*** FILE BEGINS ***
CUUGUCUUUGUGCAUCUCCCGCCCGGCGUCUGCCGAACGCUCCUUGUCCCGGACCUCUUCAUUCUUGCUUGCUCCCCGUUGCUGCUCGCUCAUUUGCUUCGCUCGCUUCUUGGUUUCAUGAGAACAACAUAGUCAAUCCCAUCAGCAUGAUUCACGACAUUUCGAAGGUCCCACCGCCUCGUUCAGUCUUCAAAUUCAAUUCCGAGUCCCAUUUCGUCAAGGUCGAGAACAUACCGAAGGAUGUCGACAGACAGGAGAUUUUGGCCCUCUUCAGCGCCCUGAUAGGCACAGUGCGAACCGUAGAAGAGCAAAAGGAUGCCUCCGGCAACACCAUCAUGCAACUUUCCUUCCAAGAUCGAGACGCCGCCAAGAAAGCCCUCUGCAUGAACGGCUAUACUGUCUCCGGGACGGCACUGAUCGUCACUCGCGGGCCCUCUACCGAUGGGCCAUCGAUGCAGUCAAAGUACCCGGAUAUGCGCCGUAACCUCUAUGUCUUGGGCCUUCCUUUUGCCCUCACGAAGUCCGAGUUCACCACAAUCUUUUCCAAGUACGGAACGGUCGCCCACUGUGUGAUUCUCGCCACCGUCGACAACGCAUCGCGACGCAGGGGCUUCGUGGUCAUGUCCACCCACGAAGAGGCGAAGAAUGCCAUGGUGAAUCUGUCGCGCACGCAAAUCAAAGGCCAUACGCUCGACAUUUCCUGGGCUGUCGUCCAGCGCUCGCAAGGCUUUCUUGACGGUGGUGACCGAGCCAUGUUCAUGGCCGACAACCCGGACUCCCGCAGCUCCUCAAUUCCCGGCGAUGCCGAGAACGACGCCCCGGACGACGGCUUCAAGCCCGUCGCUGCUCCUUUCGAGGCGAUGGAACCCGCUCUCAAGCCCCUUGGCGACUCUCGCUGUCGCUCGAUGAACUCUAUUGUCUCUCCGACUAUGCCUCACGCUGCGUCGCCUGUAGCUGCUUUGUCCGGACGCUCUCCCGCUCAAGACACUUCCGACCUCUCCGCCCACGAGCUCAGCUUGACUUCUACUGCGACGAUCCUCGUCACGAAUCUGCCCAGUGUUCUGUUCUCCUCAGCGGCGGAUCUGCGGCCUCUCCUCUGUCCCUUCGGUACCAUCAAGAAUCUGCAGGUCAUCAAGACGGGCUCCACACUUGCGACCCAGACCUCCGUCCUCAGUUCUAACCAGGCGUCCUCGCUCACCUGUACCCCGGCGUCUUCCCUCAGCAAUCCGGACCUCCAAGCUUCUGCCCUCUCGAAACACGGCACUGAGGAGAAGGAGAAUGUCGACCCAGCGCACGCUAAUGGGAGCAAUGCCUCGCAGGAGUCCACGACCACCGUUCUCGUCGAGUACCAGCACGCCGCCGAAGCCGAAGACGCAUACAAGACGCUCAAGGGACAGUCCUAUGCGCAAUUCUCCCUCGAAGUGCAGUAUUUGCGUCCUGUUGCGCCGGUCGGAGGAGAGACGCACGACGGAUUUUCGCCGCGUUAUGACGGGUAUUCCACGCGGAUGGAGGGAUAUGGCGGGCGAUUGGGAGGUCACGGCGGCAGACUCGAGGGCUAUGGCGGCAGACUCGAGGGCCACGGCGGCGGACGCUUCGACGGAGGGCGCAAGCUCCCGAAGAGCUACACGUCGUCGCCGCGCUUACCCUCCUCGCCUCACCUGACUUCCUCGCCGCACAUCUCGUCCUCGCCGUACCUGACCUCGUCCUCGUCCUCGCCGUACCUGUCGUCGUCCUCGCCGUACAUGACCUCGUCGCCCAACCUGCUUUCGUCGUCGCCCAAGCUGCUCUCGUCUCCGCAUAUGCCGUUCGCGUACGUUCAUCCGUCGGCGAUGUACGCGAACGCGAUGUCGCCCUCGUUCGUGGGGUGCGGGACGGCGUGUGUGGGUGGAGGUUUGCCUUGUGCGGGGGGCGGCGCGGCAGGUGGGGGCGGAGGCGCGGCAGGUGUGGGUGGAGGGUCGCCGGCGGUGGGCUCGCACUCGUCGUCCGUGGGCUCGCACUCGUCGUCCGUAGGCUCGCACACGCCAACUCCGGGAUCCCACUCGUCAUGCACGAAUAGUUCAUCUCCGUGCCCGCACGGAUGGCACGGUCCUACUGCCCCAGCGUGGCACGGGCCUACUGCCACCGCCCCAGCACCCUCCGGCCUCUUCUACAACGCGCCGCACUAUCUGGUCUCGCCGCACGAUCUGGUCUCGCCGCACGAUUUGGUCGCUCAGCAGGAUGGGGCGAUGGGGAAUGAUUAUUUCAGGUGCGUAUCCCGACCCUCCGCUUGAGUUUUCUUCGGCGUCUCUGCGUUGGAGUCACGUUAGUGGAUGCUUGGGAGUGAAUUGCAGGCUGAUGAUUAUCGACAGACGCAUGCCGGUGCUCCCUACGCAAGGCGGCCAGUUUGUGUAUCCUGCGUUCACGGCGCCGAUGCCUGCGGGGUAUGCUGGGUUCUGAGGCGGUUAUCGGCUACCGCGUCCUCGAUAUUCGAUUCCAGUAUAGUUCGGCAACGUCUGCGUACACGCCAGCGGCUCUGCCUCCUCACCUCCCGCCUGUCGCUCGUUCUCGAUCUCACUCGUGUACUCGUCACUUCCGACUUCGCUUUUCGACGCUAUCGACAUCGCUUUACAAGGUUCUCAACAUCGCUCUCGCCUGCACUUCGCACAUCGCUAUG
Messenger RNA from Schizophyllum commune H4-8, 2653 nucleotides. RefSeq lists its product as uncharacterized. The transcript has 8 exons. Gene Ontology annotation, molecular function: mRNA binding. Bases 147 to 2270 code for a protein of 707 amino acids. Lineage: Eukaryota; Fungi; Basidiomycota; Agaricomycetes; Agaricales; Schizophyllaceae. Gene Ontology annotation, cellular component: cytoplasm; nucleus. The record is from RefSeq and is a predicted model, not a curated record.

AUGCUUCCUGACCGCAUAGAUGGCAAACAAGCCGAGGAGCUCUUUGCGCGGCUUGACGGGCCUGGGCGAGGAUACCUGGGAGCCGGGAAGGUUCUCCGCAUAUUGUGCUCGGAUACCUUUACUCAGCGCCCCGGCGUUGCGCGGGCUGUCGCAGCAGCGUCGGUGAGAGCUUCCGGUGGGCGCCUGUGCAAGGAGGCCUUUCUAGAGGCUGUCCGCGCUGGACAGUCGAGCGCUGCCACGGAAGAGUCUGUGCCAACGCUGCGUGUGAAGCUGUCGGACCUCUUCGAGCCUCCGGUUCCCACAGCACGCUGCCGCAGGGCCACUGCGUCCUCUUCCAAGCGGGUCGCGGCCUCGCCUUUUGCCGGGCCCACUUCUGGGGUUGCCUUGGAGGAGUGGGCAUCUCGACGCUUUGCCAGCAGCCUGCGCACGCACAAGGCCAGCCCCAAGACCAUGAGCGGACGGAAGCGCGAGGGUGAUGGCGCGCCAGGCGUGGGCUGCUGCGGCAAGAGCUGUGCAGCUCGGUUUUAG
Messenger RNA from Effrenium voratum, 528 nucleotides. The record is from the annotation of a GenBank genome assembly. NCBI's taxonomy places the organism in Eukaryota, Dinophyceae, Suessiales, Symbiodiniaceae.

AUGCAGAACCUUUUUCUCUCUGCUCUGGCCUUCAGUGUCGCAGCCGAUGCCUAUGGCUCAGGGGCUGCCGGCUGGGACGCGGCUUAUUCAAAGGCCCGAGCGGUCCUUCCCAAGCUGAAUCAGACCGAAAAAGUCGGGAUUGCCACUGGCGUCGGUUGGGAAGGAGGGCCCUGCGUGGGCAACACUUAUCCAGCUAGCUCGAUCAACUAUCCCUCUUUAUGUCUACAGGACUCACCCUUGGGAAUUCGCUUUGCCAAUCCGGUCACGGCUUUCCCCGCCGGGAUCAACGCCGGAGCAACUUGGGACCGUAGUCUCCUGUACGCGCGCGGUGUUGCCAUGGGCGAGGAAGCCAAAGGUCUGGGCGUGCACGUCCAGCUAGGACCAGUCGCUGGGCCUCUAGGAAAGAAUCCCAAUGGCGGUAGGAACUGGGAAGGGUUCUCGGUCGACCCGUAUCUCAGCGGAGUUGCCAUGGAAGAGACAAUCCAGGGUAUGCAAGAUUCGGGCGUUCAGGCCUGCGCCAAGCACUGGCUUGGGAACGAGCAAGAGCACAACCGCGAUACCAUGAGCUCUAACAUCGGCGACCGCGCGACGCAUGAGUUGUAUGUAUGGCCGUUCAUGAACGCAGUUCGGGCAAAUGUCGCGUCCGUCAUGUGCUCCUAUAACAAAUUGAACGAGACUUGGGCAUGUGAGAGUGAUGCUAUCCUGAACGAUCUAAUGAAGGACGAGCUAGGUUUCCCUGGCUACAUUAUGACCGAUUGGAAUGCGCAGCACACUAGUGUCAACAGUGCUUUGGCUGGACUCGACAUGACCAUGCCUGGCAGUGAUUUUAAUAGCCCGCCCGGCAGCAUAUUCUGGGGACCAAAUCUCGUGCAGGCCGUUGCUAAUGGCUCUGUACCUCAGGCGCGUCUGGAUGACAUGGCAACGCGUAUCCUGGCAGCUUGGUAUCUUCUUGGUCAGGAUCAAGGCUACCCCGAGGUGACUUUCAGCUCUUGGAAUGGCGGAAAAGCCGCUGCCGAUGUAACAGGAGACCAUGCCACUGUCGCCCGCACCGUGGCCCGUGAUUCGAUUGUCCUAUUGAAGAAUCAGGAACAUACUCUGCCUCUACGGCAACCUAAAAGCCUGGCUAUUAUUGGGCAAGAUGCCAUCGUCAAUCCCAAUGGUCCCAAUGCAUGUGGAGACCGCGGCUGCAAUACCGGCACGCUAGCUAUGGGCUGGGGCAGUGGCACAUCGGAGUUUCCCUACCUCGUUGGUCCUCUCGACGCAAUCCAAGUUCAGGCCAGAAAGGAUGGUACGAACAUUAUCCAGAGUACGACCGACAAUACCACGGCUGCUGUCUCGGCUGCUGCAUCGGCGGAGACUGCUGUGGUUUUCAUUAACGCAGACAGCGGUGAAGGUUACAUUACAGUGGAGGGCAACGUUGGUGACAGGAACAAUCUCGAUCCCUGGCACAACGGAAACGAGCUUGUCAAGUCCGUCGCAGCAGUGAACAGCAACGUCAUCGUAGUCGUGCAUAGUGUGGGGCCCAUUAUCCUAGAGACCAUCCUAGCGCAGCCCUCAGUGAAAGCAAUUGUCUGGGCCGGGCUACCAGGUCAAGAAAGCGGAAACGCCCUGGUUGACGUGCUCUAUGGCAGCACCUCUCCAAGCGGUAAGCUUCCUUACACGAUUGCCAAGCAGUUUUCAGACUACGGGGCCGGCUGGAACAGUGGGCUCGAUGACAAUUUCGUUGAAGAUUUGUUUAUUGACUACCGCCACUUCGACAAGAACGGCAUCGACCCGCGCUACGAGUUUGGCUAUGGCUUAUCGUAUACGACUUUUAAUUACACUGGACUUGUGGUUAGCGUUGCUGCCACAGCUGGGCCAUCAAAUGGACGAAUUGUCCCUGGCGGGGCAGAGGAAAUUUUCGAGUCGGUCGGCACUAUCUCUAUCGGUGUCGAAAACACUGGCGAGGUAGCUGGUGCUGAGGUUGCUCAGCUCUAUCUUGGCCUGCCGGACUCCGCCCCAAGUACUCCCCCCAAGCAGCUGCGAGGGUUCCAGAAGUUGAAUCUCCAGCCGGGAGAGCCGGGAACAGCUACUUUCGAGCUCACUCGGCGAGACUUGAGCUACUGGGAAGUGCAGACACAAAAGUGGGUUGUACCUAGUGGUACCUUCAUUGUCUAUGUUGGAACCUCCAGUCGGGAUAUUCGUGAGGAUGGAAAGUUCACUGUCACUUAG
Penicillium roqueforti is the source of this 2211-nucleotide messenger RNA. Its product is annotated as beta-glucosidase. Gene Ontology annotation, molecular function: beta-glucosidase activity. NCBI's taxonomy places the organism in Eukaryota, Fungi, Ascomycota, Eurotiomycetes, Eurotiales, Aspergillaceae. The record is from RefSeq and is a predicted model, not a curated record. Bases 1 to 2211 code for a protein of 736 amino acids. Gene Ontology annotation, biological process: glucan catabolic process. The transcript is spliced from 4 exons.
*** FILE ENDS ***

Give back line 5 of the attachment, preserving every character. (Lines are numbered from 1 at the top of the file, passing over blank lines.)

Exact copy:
AUGCAGAACCUUUUUCUCUCUGCUCUGGCCUUCAGUGUCGCAGCCGAUGCCUAUGGCUCAGGGGCUGCCGGCUGGGACGCGGCUUAUUCAAAGGCCCGAGCGGUCCUUCCCAAGCUGAAUCAGACCGAAAAAGUCGGGAUUGCCACUGGCGUCGGUUGGGAAGGAGGGCCCUGCGUGGGCAACACUUAUCCAGCUAGCUCGAUCAACUAUCCCUCUUUAUGUCUACAGGACUCACCCUUGGGAAUUCGCUUUGCCAAUCCGGUCACGGCUUUCCCCGCCGGGAUCAACGCCGGAGCAACUUGGGACCGUAGUCUCCUGUACGCGCGCGGUGUUGCCAUGGGCGAGGAAGCCAAAGGUCUGGGCGUGCACGUCCAGCUAGGACCAGUCGCUGGGCCUCUAGGAAAGAAUCCCAAUGGCGGUAGGAACUGGGAAGGGUUCUCGGUCGACCCGUAUCUCAGCGGAGUUGCCAUGGAAGAGACAAUCCAGGGUAUGCAAGAUUCGGGCGUUCAGGCCUGCGCCAAGCACUGGCUUGGGAACGAGCAAGAGCACAACCGCGAUACCAUGAGCUCUAACAUCGGCGACCGCGCGACGCAUGAGUUGUAUGUAUGGCCGUUCAUGAACGCAGUUCGGGCAAAUGUCGCGUCCGUCAUGUGCUCCUAUAACAAAUUGAACGAGACUUGGGCAUGUGAGAGUGAUGCUAUCCUGAACGAUCUAAUGAAGGACGAGCUAGGUUUCCCUGGCUACAUUAUGACCGAUUGGAAUGCGCAGCACACUAGUGUCAACAGUGCUUUGGCUGGACUCGACAUGACCAUGCCUGGCAGUGAUUUUAAUAGCCCGCCCGGCAGCAUAUUCUGGGGACCAAAUCUCGUGCAGGCCGUUGCUAAUGGCUCUGUACCUCAGGCGCGUCUGGAUGACAUGGCAACGCGUAUCCUGGCAGCUUGGUAUCUUCUUGGUCAGGAUCAAGGCUACCCCGAGGUGACUUUCAGCUCUUGGAAUGGCGGAAAAGCCGCUGCCGAUGUAACAGGAGACCAUGCCACUGUCGCCCGCACCGUGGCCCGUGAUUCGAUUGUCCUAUUGAAGAAUCAGGAACAUACUCUGCCUCUACGGCAACCUAAAAGCCUGGCUAUUAUUGGGCAAGAUGCCAUCGUCAAUCCCAAUGGUCCCAAUGCAUGUGGAGACCGCGGCUGCAAUACCGGCACGCUAGCUAUGGGCUGGGGCAGUGGCACAUCGGAGUUUCCCUACCUCGUUGGUCCUCUCGACGCAAUCCAAGUUCAGGCCAGAAAGGAUGGUACGAACAUUAUCCAGAGUACGACCGACAAUACCACGGCUGCUGUCUCGGCUGCUGCAUCGGCGGAGACUGCUGUGGUUUUCAUUAACGCAGACAGCGGUGAAGGUUACAUUACAGUGGAGGGCAACGUUGGUGACAGGAACAAUCUCGAUCCCUGGCACAACGGAAACGAGCUUGUCAAGUCCGUCGCAGCAGUGAACAGCAACGUCAUCGUAGUCGUGCAUAGUGUGGGGCCCAUUAUCCUAGAGACCAUCCUAGCGCAGCCCUCAGUGAAAGCAAUUGUCUGGGCCGGGCUACCAGGUCAAGAAAGCGGAAACGCCCUGGUUGACGUGCUCUAUGGCAGCACCUCUCCAAGCGGUAAGCUUCCUUACACGAUUGCCAAGCAGUUUUCAGACUACGGGGCCGGCUGGAACAGUGGGCUCGAUGACAAUUUCGUUGAAGAUUUGUUUAUUGACUACCGCCACUUCGACAAGAACGGCAUCGACCCGCGCUACGAGUUUGGCUAUGGCUUAUCGUAUACGACUUUUAAUUACACUGGACUUGUGGUUAGCGUUGCUGCCACAGCUGGGCCAUCAAAUGGACGAAUUGUCCCUGGCGGGGCAGAGGAAAUUUUCGAGUCGGUCGGCACUAUCUCUAUCGGUGUCGAAAACACUGGCGAGGUAGCUGGUGCUGAGGUUGCUCAGCUCUAUCUUGGCCUGCCGGACUCCGCCCCAAGUACUCCCCCCAAGCAGCUGCGAGGGUUCCAGAAGUUGAAUCUCCAGCCGGGAGAGCCGGGAACAGCUACUUUCGAGCUCACUCGGCGAGACUUGAGCUACUGGGAAGUGCAGACACAAAAGUGGGUUGUACCUAGUGGUACCUUCAUUGUCUAUGUUGGAACCUCCAGUCGGGAUAUUCGUGAGGAUGGAAAGUUCACUGUCACUUAG